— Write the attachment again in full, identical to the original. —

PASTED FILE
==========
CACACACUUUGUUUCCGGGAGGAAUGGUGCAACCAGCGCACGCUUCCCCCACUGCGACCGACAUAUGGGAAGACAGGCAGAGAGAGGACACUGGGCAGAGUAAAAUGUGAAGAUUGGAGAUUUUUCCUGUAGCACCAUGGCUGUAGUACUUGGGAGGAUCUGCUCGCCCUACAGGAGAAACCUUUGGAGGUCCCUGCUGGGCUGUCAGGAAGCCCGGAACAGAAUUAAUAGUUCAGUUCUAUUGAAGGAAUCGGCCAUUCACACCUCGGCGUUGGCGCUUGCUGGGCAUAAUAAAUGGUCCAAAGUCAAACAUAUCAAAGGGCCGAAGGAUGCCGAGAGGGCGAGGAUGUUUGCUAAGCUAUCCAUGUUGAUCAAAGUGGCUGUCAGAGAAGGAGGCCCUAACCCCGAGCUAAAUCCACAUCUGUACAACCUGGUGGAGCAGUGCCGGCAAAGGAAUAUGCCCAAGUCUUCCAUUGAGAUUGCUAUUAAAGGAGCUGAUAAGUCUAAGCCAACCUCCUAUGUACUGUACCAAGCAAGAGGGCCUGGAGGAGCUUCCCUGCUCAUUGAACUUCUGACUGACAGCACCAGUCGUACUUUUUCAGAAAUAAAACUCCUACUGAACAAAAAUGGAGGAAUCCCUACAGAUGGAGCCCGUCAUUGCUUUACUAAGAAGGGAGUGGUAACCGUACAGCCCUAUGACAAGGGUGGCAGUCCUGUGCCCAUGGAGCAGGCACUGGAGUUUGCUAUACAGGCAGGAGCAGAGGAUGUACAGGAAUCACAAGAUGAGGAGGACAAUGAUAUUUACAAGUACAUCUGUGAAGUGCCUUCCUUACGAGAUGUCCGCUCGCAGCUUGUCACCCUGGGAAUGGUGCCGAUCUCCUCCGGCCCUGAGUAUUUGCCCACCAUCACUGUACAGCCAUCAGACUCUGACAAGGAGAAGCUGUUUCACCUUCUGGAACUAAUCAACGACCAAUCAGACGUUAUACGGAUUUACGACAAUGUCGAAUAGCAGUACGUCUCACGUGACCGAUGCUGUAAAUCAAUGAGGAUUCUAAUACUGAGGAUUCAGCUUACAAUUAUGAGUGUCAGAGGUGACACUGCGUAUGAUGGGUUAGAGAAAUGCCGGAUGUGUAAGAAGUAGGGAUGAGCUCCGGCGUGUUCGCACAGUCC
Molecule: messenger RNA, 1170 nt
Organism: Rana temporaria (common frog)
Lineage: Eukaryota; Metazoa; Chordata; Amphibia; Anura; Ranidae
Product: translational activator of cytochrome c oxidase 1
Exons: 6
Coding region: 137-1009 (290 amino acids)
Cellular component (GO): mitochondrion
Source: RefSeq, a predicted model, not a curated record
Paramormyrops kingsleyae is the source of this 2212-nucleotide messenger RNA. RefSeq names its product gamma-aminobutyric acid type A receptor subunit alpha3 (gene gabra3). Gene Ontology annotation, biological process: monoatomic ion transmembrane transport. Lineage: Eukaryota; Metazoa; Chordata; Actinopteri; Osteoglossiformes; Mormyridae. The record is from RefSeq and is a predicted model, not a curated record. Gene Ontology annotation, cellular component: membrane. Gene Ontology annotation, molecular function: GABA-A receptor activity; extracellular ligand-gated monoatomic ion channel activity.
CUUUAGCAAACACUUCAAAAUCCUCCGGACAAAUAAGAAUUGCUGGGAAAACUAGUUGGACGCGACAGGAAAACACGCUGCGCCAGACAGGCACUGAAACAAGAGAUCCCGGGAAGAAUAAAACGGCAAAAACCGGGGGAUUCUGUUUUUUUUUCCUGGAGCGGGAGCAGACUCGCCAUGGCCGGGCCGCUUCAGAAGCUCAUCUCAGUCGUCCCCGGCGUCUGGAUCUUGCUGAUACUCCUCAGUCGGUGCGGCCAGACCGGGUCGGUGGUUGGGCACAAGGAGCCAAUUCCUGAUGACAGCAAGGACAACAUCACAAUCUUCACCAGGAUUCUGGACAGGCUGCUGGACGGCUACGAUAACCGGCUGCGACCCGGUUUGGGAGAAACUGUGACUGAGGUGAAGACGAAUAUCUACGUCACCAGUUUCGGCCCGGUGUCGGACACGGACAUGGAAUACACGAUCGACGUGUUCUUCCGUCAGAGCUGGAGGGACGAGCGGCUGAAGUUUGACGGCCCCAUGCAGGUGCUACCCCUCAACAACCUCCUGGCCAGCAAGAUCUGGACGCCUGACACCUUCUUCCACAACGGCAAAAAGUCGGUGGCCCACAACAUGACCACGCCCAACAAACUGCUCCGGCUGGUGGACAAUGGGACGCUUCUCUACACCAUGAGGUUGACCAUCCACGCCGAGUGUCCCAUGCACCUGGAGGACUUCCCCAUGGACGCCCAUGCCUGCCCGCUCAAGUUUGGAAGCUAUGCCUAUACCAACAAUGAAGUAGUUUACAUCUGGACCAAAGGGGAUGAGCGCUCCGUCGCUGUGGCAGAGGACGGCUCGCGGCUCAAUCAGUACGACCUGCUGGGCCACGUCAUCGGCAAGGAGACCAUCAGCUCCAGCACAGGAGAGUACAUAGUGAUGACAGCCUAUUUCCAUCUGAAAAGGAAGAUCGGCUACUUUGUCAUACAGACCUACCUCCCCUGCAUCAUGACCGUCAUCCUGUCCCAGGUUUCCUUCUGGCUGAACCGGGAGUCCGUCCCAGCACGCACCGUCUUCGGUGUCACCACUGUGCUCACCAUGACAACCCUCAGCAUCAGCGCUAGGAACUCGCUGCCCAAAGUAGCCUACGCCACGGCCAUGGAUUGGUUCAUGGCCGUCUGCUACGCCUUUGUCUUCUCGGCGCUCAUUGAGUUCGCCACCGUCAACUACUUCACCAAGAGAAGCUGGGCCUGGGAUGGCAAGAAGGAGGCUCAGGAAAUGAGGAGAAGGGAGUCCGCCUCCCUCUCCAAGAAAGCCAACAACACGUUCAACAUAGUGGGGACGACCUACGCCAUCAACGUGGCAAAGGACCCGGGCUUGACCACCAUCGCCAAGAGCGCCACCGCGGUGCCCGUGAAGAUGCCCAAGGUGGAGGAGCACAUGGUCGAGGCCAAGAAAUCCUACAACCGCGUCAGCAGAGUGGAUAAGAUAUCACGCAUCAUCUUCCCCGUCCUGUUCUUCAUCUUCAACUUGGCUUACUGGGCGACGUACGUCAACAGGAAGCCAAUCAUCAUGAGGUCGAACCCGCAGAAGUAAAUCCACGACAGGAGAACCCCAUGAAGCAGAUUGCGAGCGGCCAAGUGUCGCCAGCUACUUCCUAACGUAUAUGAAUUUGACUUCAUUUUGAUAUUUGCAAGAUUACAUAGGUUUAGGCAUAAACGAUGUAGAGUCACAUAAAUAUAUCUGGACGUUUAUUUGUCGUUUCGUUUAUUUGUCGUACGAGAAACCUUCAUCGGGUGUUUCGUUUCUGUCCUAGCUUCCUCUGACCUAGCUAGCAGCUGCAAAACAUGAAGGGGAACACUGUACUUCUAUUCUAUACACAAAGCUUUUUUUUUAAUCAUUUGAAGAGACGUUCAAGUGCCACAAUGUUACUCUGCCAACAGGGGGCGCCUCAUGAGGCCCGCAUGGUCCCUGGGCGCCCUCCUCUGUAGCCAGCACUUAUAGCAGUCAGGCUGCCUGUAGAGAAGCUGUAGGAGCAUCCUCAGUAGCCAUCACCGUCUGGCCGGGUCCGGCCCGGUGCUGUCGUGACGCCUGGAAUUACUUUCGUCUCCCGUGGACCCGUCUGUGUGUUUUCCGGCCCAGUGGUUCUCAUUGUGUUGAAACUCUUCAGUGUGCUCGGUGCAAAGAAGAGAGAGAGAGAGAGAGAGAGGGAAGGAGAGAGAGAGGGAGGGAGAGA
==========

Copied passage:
CACACACUUUGUUUCCGGGAGGAAUGGUGCAACCAGCGCACGCUUCCCCCACUGCGACCGACAUAUGGGAAGACAGGCAGAGAGAGGACACUGGGCAGAGUAAAAUGUGAAGAUUGGAGAUUUUUCCUGUAGCACCAUGGCUGUAGUACUUGGGAGGAUCUGCUCGCCCUACAGGAGAAACCUUUGGAGGUCCCUGCUGGGCUGUCAGGAAGCCCGGAACAGAAUUAAUAGUUCAGUUCUAUUGAAGGAAUCGGCCAUUCACACCUCGGCGUUGGCGCUUGCUGGGCAUAAUAAAUGGUCCAAAGUCAAACAUAUCAAAGGGCCGAAGGAUGCCGAGAGGGCGAGGAUGUUUGCUAAGCUAUCCAUGUUGAUCAAAGUGGCUGUCAGAGAAGGAGGCCCUAACCCCGAGCUAAAUCCACAUCUGUACAACCUGGUGGAGCAGUGCCGGCAAAGGAAUAUGCCCAAGUCUUCCAUUGAGAUUGCUAUUAAAGGAGCUGAUAAGUCUAAGCCAACCUCCUAUGUACUGUACCAAGCAAGAGGGCCUGGAGGAGCUUCCCUGCUCAUUGAACUUCUGACUGACAGCACCAGUCGUACUUUUUCAGAAAUAAAACUCCUACUGAACAAAAAUGGAGGAAUCCCUACAGAUGGAGCCCGUCAUUGCUUUACUAAGAAGGGAGUGGUAACCGUACAGCCCUAUGACAAGGGUGGCAGUCCUGUGCCCAUGGAGCAGGCACUGGAGUUUGCUAUACAGGCAGGAGCAGAGGAUGUACAGGAAUCACAAGAUGAGGAGGACAAUGAUAUUUACAAGUACAUCUGUGAAGUGCCUUCCUUACGAGAUGUCCGCUCGCAGCUUGUCACCCUGGGAAUGGUGCCGAUCUCCUCCGGCCCUGAGUAUUUGCCCACCAUCACUGUACAGCCAUCAGACUCUGACAAGGAGAAGCUGUUUCACCUUCUGGAACUAAUCAACGACCAAUCAGACGUUAUACGGAUUUACGACAAUGUCGAAUAGCAGUACGUCUCACGUGACCGAUGCUGUAAAUCAAUGAGGAUUCUAAUACUGAGGAUUCAGCUUACAAUUAUGAGUGUCAGAGGUGACACUGCGUAUGAUGGGUUAGAGAAAUGCCGGAUGUGUAAGAAGUAGGGAUGAGCUCCGGCGUGUUCGCACAGUCC
Molecule: messenger RNA, 1170 nt
Organism: Rana temporaria (common frog)
Lineage: Eukaryota; Metazoa; Chordata; Amphibia; Anura; Ranidae
Product: translational activator of cytochrome c oxidase 1
Exons: 6
Coding region: 137-1009 (290 amino acids)
Cellular component (GO): mitochondrion
Source: RefSeq, a predicted model, not a curated record
Paramormyrops kingsleyae is the source of this 2212-nucleotide messenger RNA. RefSeq names its product gamma-aminobutyric acid type A receptor subunit alpha3 (gene gabra3). Gene Ontology annotation, biological process: monoatomic ion transmembrane transport. Lineage: Eukaryota; Metazoa; Chordata; Actinopteri; Osteoglossiformes; Mormyridae. The record is from RefSeq and is a predicted model, not a curated record. Gene Ontology annotation, cellular component: membrane. Gene Ontology annotation, molecular function: GABA-A receptor activity; extracellular ligand-gated monoatomic ion channel activity.
CUUUAGCAAACACUUCAAAAUCCUCCGGACAAAUAAGAAUUGCUGGGAAAACUAGUUGGACGCGACAGGAAAACACGCUGCGCCAGACAGGCACUGAAACAAGAGAUCCCGGGAAGAAUAAAACGGCAAAAACCGGGGGAUUCUGUUUUUUUUUCCUGGAGCGGGAGCAGACUCGCCAUGGCCGGGCCGCUUCAGAAGCUCAUCUCAGUCGUCCCCGGCGUCUGGAUCUUGCUGAUACUCCUCAGUCGGUGCGGCCAGACCGGGUCGGUGGUUGGGCACAAGGAGCCAAUUCCUGAUGACAGCAAGGACAACAUCACAAUCUUCACCAGGAUUCUGGACAGGCUGCUGGACGGCUACGAUAACCGGCUGCGACCCGGUUUGGGAGAAACUGUGACUGAGGUGAAGACGAAUAUCUACGUCACCAGUUUCGGCCCGGUGUCGGACACGGACAUGGAAUACACGAUCGACGUGUUCUUCCGUCAGAGCUGGAGGGACGAGCGGCUGAAGUUUGACGGCCCCAUGCAGGUGCUACCCCUCAACAACCUCCUGGCCAGCAAGAUCUGGACGCCUGACACCUUCUUCCACAACGGCAAAAAGUCGGUGGCCCACAACAUGACCACGCCCAACAAACUGCUCCGGCUGGUGGACAAUGGGACGCUUCUCUACACCAUGAGGUUGACCAUCCACGCCGAGUGUCCCAUGCACCUGGAGGACUUCCCCAUGGACGCCCAUGCCUGCCCGCUCAAGUUUGGAAGCUAUGCCUAUACCAACAAUGAAGUAGUUUACAUCUGGACCAAAGGGGAUGAGCGCUCCGUCGCUGUGGCAGAGGACGGCUCGCGGCUCAAUCAGUACGACCUGCUGGGCCACGUCAUCGGCAAGGAGACCAUCAGCUCCAGCACAGGAGAGUACAUAGUGAUGACAGCCUAUUUCCAUCUGAAAAGGAAGAUCGGCUACUUUGUCAUACAGACCUACCUCCCCUGCAUCAUGACCGUCAUCCUGUCCCAGGUUUCCUUCUGGCUGAACCGGGAGUCCGUCCCAGCACGCACCGUCUUCGGUGUCACCACUGUGCUCACCAUGACAACCCUCAGCAUCAGCGCUAGGAACUCGCUGCCCAAAGUAGCCUACGCCACGGCCAUGGAUUGGUUCAUGGCCGUCUGCUACGCCUUUGUCUUCUCGGCGCUCAUUGAGUUCGCCACCGUCAACUACUUCACCAAGAGAAGCUGGGCCUGGGAUGGCAAGAAGGAGGCUCAGGAAAUGAGGAGAAGGGAGUCCGCCUCCCUCUCCAAGAAAGCCAACAACACGUUCAACAUAGUGGGGACGACCUACGCCAUCAACGUGGCAAAGGACCCGGGCUUGACCACCAUCGCCAAGAGCGCCACCGCGGUGCCCGUGAAGAUGCCCAAGGUGGAGGAGCACAUGGUCGAGGCCAAGAAAUCCUACAACCGCGUCAGCAGAGUGGAUAAGAUAUCACGCAUCAUCUUCCCCGUCCUGUUCUUCAUCUUCAACUUGGCUUACUGGGCGACGUACGUCAACAGGAAGCCAAUCAUCAUGAGGUCGAACCCGCAGAAGUAAAUCCACGACAGGAGAACCCCAUGAAGCAGAUUGCGAGCGGCCAAGUGUCGCCAGCUACUUCCUAACGUAUAUGAAUUUGACUUCAUUUUGAUAUUUGCAAGAUUACAUAGGUUUAGGCAUAAACGAUGUAGAGUCACAUAAAUAUAUCUGGACGUUUAUUUGUCGUUUCGUUUAUUUGUCGUACGAGAAACCUUCAUCGGGUGUUUCGUUUCUGUCCUAGCUUCCUCUGACCUAGCUAGCAGCUGCAAAACAUGAAGGGGAACACUGUACUUCUAUUCUAUACACAAAGCUUUUUUUUUAAUCAUUUGAAGAGACGUUCAAGUGCCACAAUGUUACUCUGCCAACAGGGGGCGCCUCAUGAGGCCCGCAUGGUCCCUGGGCGCCCUCCUCUGUAGCCAGCACUUAUAGCAGUCAGGCUGCCUGUAGAGAAGCUGUAGGAGCAUCCUCAGUAGCCAUCACCGUCUGGCCGGGUCCGGCCCGGUGCUGUCGUGACGCCUGGAAUUACUUUCGUCUCCCGUGGACCCGUCUGUGUGUUUUCCGGCCCAGUGGUUCUCAUUGUGUUGAAACUCUUCAGUGUGCUCGGUGCAAAGAAGAGAGAGAGAGAGAGAGAGAGGGAAGGAGAGAGAGAGGGAGGGAGAGA